By this time, we still had about 4 hours until our dinner reservation at Commander's Palace, so we decided that a snack might be in order to tide us over (after all, it had been a whole 3 1/2 hours since brunch). My suggestion to Mrs. Hackknife was Clover Grill, a tiny diner situated at the corner of Bourbon and Dumaine Streets since 1939 (motto: "We love to fry and it shows!"). I have fond memories of visiting here on my only other trip to New Orleans with some buddies in 1997, where I had a late night burger cooked under a hubcap (yes, a hubcap). When we arrived, the air was heavy with grease (which seemed to cover everything inside with a nice brown sheen), the kitchen area was minuscule, the menu was short (pretty much omelets, pancakes, and burgers), and the hubcaps were still being used on the grill (see Photo #1 above). I'm quite certain that if a health inspector had ever visited and NOT awarded a passing grade via the sawbuck method that the city is well-known for, they would no doubt fail, but you can't argue with the results: the place may be less than sanitary, but the burgers are about the best damn things you've ever had. While sitting at the bar in blissful, beefy utopia, Mrs. Hackknife and I pondered the merits of the hubcap. Does it allow the top part of the meat to be steamed? Are there drippings of ancient fat from the inside of the hubcap adding flavor (sort of like how sherry is made in a solera - am I eating part of Tennessee Williams's burger from 1950)? It may remain one of the culinary world's great mysteries; however, at only $5.49, you should be booking your plane tickets now.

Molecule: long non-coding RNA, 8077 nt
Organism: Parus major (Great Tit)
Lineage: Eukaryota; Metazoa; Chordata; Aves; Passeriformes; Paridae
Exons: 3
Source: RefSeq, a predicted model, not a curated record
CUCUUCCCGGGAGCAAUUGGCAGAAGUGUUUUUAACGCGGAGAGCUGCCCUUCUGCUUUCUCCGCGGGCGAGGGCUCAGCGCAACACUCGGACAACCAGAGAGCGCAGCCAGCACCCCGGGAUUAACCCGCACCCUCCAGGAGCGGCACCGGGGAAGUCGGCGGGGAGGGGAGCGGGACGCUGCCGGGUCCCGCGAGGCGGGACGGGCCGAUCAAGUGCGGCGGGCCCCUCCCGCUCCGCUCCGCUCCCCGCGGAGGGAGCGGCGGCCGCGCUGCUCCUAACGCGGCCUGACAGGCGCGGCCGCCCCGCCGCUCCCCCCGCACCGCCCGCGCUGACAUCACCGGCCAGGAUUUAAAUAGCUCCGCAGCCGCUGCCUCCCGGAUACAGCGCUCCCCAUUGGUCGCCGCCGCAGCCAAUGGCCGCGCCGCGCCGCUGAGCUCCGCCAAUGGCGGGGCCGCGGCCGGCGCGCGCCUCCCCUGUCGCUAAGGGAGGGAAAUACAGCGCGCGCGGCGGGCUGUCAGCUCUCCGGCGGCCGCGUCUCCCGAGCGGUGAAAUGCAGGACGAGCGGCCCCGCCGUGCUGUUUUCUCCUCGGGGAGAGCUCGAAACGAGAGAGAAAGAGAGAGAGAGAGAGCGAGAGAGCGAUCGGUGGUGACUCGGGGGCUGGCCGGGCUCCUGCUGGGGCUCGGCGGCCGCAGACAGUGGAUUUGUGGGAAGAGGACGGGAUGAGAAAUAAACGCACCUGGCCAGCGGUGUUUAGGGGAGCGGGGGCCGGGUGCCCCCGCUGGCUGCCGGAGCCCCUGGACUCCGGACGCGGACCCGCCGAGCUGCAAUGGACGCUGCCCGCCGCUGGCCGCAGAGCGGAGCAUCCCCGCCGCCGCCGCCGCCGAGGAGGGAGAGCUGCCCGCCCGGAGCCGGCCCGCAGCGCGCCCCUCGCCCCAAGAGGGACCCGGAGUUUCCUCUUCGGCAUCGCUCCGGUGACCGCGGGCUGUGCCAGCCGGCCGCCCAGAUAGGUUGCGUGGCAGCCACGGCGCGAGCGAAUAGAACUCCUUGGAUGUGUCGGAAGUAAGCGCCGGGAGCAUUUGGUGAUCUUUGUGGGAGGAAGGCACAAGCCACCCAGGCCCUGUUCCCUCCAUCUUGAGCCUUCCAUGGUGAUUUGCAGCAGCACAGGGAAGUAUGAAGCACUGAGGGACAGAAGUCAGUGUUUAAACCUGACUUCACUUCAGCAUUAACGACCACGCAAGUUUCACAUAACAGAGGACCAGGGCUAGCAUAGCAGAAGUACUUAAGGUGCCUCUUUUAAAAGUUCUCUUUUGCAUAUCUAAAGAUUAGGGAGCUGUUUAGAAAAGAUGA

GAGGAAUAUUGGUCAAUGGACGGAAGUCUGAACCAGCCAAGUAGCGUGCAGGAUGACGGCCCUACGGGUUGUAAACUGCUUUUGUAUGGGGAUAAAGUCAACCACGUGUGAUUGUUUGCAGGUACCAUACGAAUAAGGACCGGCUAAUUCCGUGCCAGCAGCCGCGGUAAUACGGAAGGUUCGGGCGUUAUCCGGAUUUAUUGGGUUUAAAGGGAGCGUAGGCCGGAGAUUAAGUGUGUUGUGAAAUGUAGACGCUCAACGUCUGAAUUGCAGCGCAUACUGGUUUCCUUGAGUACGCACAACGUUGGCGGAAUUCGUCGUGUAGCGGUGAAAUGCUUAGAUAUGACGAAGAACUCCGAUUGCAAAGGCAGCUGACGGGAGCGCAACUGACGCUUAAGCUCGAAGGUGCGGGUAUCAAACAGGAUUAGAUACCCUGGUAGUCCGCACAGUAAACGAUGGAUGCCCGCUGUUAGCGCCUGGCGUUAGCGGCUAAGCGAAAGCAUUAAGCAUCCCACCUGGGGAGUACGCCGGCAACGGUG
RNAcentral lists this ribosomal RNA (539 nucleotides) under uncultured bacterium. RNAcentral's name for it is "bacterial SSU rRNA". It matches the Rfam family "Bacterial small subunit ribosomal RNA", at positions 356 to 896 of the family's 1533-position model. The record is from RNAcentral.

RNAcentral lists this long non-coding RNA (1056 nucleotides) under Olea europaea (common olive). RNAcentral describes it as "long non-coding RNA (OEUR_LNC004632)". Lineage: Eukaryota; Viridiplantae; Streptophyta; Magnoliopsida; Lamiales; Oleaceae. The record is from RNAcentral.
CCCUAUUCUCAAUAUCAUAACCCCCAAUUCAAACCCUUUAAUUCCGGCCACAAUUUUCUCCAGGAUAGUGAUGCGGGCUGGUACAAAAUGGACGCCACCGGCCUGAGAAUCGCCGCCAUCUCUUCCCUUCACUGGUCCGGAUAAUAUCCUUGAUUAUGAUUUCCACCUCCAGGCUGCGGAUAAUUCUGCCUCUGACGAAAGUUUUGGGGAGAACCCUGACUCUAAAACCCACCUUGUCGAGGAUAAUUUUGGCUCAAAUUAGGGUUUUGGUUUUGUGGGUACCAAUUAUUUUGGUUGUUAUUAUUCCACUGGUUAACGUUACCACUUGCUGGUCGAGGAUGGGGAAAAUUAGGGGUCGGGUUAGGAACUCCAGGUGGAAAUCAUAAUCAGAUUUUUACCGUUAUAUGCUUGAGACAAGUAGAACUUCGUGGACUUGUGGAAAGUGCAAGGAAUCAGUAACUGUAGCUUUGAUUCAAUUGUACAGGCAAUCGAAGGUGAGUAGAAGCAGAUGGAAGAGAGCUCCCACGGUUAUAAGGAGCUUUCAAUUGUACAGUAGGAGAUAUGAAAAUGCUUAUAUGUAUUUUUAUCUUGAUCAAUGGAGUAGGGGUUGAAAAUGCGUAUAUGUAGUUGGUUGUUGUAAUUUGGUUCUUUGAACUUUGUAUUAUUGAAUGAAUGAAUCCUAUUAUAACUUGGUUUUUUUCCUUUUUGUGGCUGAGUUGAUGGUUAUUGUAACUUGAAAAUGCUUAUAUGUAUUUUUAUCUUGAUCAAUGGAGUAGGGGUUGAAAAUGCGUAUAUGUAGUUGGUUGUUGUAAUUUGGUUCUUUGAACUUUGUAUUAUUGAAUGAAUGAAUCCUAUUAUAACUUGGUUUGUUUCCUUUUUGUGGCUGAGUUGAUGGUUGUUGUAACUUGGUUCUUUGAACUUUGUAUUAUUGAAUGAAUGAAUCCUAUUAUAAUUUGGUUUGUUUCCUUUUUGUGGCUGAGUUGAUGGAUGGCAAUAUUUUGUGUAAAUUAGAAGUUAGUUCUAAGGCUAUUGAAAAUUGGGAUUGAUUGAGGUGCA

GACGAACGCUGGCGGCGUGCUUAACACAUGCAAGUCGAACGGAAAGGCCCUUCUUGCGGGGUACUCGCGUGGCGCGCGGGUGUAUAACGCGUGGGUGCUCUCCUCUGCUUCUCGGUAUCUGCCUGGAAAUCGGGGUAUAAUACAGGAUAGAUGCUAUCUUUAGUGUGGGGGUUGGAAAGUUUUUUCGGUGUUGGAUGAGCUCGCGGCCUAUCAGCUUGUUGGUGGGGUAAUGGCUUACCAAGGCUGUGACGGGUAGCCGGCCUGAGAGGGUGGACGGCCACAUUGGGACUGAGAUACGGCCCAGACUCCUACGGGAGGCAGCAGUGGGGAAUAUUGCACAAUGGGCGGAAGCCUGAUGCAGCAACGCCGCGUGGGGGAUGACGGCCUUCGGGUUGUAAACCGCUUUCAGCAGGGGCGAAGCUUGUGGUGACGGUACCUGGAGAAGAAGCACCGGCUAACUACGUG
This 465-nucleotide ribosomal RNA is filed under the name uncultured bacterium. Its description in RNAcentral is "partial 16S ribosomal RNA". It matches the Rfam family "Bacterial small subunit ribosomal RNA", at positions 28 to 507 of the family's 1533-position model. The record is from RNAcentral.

Feeling sated and sleepy, we again retired to the hotel for a pre-dinner rest break (this is a routine I can find myself getting used to). After freshening up, we hopped on the St. Charles St. trolley and headed over to the day's main event, dinner at Commander's Palace, home of the city's (and possibly the country's) most-renowned French-Creole cuisine. The restaurant complex (which first opened in 1880 and has been serving fine food ever since) was badly damaged in Hurricane Katrina, but was extensively renovated and looks rather stately with its blue-and-white awnings (see Photo #2 above), fitting right in to the historic Garden District (the cemetery across the street notwithstanding). As a venue, the vibe certainly wasn't as uppity as August; for example, we were seated not in the main dining room, but in a outbuilding next door that could only be accessed via the kitchen and then the courtyard. The outbuilding was constructed right around two old trees, whose trunks were now surrounded by glass like some kind of open-topped terrarium in the middle of the room (I suppose they could have torn them down, but what fun would that have been?). Somehow, I can't really imagine live trees in the middle of, say, Per Se's dining room. Anyway, the trees did not provide enough of a distraction for us to miss the marquis attraction on the appetizer list: Foie Gras Du Monde, the house's interpretation of Cafe Du Monde's beignets and coffee, consisting of 3 bourbon and fig beignets, topped with a lobe of foie gras, pecans, and powdered sugar, accompanied by a flute glass of foie gras-infused cafe au lait with chickory coffee foam (see Photo #3 above). With its combination of sweet and savory, the dish straddled the line between hors d'oeuvre and dessert, but no matter - it was an incredible way to start the meal and was clearly designed to kill off the clientele as quickly as possible ("We're going to Hell for this, aren't we?", I muttered to Mrs. Hackknife as the last heavenly bite disappeared from the plate). Where does one go from here? Why, the famous house turtle soup, spiked with sherry and optionally served with a little sherry on the side. The soup was delicious, with much more of a tomato flavor than I expected, making me think that I might actually be able to make a reasonable facsimile someday in the Commissary (if I could only get my hands on some turtle meat...). Next came our main courses, a nut-encrusted black drum filet in a white cream and corn sauce for me and soft shell crab with barbecued tomato and avocado for the missus, both of which were excellent. Last, but not least, we limped across the finish line with our unfinished desserts, creole bread pudding souffle for Mrs. Hackknife and a praline parfait for yours truly (truth be told, I had wanted the famous Bananas Foster, prepared tableside, but it had to be ordered for 2 and my wife had already secured her souffle - maybe next time). Although we were stuffed to the gills, it was one of the more memorable meals we've ever had. By the time we returned to the hotel, however, I was beginning to feel the effects of my extended refreshment junket over the past 2 days (I blame my insistence on chugging the remainder of my $20 glass of pinot noir on principle after our large Commander's Palace meal for pushing me over the brink). Could I last one more day?